In the first part of this SOV odyssey, I mentioned something about films, filth, and ten garbage bags. Welcome to 555 (Wally Koz, 1988)! On the cruddy streets of Chi-town, Illi-noize, a “60s hippie” (fake beard, rayon hawaiian shirt) spends his evenings brutally murdering couples, then having sex with the deceased females. Five couples, five nights, every five years (555, get it?). In case you’re wondering, yes, we get to see the “after” act performed twice. Hot on the case are a couple of coppers, one of which needs to take a serious chill pill. In-between lunches at “Pepe’s Hot Dogs” (hot dogs, beef sandwiches, bratwurst), our severely vindictive officers argue with a female reporter and chase around their only suspect, a beady-eyed war vet in a safari shirt. The rest of the runtime involves false leads, lots of lengthy blood ‘n’ boobs gore, and a serious negative slant towards women; every female character is referred to as a sex object and/or hacked up while the camera lingers on bare, blood-caked breasts. They even use the “c” word.
Shot on 1” video tape entirely in Chicago’s Ukrainian Village, 555 hit the shelves courtesy Slaughterhouse Entertainment/King Video Distributors. King Video was director Wally Koz’s homegrown company, kick-started to distribute this film and future releases (there weren’t any). Koz’s project featured a large advertising push towards video stores, complete with full-sized posters and press quotes like, “Has a story line and a plot,” and “Blood, gore, sex, nudity, and other things we can’t mention.” In the scheme of SOV history, 555 remains notable today because it shows just how far these unchecked videos were willing to go. Juxtaposing the most hilarious fake sex scenes I’ve ever seen (“Ooh…aah…don’t stop now…do me…”) and equally ridiculous dialogue (“A real sicko, wanting to screw dead meat…different strokes for different folks!”) with disturbing gore, the film lands firmly in the dirt and never looks back. It’s a straight up sleazer; dreary, extremely cheap, and packed to the teeth with bad taste. Well, at least we’ve got the bedroom keyboard licks of Frankie “Hollywood” Rodriquez and a few sweet Chicago accents to keep us company.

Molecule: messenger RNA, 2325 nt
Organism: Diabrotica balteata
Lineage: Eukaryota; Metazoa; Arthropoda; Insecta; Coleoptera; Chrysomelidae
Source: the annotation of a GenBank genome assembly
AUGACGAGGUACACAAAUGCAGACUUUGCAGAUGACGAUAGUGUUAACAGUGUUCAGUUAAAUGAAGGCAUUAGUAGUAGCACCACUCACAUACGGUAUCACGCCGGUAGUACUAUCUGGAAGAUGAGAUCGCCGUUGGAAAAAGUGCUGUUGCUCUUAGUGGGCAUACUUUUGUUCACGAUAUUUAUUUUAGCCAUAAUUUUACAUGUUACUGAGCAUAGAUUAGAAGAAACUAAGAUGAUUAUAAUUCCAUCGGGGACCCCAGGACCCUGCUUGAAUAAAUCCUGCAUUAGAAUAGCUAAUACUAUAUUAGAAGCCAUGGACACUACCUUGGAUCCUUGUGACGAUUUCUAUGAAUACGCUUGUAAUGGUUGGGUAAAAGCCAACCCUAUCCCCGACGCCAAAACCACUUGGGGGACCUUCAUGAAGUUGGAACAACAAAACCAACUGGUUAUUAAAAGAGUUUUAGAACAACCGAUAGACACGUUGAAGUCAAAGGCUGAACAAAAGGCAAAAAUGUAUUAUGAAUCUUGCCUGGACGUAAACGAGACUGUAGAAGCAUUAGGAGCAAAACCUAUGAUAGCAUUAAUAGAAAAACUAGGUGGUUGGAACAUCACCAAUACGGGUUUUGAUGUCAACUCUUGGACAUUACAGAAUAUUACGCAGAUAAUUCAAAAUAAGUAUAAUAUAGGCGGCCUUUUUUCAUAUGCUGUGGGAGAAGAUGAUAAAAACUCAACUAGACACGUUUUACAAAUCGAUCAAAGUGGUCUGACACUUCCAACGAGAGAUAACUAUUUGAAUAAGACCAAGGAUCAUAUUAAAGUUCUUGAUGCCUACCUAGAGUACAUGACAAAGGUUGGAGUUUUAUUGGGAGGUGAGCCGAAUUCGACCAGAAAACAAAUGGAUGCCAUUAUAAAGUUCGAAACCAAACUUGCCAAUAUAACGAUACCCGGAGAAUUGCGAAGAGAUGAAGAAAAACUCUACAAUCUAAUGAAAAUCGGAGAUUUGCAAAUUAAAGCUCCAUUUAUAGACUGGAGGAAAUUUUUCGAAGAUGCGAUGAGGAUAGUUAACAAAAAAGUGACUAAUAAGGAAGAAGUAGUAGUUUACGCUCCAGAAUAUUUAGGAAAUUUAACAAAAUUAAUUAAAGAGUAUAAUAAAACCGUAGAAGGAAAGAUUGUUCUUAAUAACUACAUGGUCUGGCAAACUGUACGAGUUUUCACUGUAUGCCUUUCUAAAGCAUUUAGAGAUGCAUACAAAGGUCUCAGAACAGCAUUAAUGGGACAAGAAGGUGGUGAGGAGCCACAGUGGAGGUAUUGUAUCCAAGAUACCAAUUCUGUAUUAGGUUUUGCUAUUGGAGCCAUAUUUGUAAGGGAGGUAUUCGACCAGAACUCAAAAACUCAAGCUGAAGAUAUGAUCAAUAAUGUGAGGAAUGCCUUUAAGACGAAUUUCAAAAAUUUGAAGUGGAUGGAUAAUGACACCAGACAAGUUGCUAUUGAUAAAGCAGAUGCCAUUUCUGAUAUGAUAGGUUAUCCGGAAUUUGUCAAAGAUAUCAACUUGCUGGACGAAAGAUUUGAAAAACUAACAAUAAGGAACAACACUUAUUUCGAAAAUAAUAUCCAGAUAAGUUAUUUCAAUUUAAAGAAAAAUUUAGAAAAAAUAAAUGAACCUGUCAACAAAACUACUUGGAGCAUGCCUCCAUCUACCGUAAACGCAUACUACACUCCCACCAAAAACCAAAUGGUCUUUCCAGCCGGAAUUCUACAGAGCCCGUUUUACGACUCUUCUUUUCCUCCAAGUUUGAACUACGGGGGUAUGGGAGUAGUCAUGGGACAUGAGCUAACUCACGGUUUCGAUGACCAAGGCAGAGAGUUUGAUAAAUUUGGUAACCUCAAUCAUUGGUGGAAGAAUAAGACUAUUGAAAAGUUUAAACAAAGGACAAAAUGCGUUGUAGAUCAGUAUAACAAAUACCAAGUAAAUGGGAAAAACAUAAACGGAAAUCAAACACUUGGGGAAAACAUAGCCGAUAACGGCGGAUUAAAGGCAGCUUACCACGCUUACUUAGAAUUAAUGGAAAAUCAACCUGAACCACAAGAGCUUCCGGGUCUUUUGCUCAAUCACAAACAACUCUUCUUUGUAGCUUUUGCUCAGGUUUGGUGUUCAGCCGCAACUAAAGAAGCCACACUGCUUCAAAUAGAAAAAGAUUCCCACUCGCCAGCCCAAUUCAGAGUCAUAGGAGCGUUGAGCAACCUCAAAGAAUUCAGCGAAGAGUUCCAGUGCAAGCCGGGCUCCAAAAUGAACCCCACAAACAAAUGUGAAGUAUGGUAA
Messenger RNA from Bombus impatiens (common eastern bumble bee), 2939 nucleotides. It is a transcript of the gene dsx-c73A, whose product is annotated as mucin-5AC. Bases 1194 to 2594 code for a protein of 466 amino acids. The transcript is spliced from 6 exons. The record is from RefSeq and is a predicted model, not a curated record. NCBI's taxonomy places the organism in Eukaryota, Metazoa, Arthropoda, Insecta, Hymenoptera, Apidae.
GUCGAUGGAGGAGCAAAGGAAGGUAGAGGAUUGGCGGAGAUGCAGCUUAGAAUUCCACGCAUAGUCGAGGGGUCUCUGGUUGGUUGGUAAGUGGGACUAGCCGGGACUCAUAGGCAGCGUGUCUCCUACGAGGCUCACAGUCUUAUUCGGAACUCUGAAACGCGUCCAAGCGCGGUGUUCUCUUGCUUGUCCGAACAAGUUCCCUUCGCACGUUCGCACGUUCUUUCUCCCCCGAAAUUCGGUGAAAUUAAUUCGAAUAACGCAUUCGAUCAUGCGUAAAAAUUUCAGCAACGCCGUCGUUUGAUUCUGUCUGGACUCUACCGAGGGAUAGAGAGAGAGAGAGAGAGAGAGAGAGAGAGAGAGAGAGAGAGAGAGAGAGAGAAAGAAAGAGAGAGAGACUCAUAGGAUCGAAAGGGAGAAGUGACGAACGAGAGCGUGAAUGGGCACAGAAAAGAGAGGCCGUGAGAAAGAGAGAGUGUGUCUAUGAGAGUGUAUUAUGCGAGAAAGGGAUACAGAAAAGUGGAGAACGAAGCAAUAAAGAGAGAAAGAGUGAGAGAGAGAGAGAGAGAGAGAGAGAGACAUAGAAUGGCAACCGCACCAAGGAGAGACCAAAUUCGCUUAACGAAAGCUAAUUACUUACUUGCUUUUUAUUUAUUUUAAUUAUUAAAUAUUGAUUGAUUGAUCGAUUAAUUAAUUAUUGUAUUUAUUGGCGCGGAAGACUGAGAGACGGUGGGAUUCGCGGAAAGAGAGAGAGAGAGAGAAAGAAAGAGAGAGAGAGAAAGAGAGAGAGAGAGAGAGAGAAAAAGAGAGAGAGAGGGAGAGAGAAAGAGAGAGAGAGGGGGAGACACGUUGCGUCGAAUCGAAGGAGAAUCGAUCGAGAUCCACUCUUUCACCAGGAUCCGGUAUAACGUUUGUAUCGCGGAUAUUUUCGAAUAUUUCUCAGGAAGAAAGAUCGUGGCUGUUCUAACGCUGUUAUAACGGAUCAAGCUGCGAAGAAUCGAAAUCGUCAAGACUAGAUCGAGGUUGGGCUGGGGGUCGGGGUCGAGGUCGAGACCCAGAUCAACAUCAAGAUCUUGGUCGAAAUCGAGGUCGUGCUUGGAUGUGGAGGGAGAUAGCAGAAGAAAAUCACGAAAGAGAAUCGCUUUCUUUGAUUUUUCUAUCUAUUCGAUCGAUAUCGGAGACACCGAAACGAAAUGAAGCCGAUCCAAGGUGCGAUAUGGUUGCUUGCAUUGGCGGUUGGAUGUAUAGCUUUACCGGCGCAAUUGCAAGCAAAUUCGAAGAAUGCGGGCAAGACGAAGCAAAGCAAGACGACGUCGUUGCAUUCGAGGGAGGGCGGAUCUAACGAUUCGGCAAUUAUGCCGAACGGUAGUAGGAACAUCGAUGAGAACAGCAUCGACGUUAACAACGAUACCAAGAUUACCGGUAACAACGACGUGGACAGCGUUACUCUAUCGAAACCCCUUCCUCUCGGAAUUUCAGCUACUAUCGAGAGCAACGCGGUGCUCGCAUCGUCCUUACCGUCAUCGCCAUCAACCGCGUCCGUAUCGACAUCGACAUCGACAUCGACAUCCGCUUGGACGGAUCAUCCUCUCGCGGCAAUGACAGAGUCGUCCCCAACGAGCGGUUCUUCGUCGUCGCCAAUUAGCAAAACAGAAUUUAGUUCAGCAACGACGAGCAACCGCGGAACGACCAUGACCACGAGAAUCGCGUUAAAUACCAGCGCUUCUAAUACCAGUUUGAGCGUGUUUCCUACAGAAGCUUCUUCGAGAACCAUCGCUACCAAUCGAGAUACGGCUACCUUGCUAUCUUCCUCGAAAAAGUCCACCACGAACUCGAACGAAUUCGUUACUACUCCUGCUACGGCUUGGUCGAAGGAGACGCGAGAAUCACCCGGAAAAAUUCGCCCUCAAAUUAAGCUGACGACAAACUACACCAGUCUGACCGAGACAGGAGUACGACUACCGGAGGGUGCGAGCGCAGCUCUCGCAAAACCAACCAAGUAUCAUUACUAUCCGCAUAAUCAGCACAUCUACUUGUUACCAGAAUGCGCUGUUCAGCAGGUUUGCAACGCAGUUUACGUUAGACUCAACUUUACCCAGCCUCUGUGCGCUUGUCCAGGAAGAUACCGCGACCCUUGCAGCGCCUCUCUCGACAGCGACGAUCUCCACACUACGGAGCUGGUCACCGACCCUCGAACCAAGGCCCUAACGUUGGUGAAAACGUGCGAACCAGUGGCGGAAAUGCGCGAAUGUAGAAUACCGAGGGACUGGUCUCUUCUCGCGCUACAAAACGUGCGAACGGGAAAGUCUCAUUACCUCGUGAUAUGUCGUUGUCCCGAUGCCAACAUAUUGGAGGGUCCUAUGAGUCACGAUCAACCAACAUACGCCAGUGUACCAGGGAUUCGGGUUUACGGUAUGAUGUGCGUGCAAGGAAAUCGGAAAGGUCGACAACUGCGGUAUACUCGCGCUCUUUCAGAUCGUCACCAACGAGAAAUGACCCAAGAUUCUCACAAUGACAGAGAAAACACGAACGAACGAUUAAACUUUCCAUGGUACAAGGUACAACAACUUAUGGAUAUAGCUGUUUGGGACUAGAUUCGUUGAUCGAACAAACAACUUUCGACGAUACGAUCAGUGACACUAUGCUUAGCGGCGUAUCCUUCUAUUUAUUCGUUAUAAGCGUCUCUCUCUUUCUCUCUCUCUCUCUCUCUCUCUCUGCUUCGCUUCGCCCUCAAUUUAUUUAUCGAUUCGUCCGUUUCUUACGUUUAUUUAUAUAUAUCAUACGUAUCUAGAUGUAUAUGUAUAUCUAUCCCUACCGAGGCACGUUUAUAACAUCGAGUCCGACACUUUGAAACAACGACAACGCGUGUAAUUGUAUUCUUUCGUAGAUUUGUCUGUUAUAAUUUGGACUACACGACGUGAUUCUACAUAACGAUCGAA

The last two years of the decade produced a handful of new titles, all of which remain utterly rare. Donna Michelle Productions returned with Cannibal Campout (Jon McBride, 1988), the debut from still-active SOV director McBride, in which a trio of backwoods cannibals lays into the extreme gore via a group of college backpackers. Camp Video let out its last gasp by producing Death Row Diner (B. Dennis Wood, 1988), a truly bizarre horror-comedy concerning a reanimated death row inmate on the loose during a movie shoot. Modest distributor Southgate Video let loose with the horror-comedy Phantom Brother (WIlliam Szarka, 1988), in which a strange family of white trash ghosts butcher a few partying teens and a movie crew. Raedon Home Entertainment delivered the first of several SOV films, Fatal Images (Dennis Devine, 1989), a $10,000-budgeted satanic slasher that seems to have disappeared completely. Following up Cannibal Campout, Donna Michelle Productions released Woodchipper Massacre (Jon McBride, 1989), a tongue-in-cheek story of dysfunctional kiddies and their aunt’s adventures in a woodchipper. And with a poof of blood red kayro syrup, that was pretty much it.
As the 90s hit and technology expanded, the girth of SOV horror product multiplied tenfold. Lacking the dated, first-dib charms of the Rubik’s decade, the 90s proved that anyone with a camcorder and a rubber machete could hawk their basement abominations through fan conventions, mail order, and later, the Internet. As mom and pop video stores closed shop and DVD took over the world, big boxes became extinct; the mystery and novelty had evaporated. Admirable in their successes and strangely alluring with their dirt-cheap productions, people like Bill Blair and Gary Cohen helped to forge new ground in the development of home entertainment. For that reason, 80s SOV horror films will always be sought-after relics, reminiscent of a time when exploitation filmmaking was still a tangible, viable option. Even if the results were sometimes iffy.
As I place my tattered big box of Video Violence back on the shelf, I’m still not sure what to make of the film. I guess it doesn’t really matter. Every time my eyes cross that beaming yellow copy, I can’t help but smile. “Could this happen at YOUR video store?”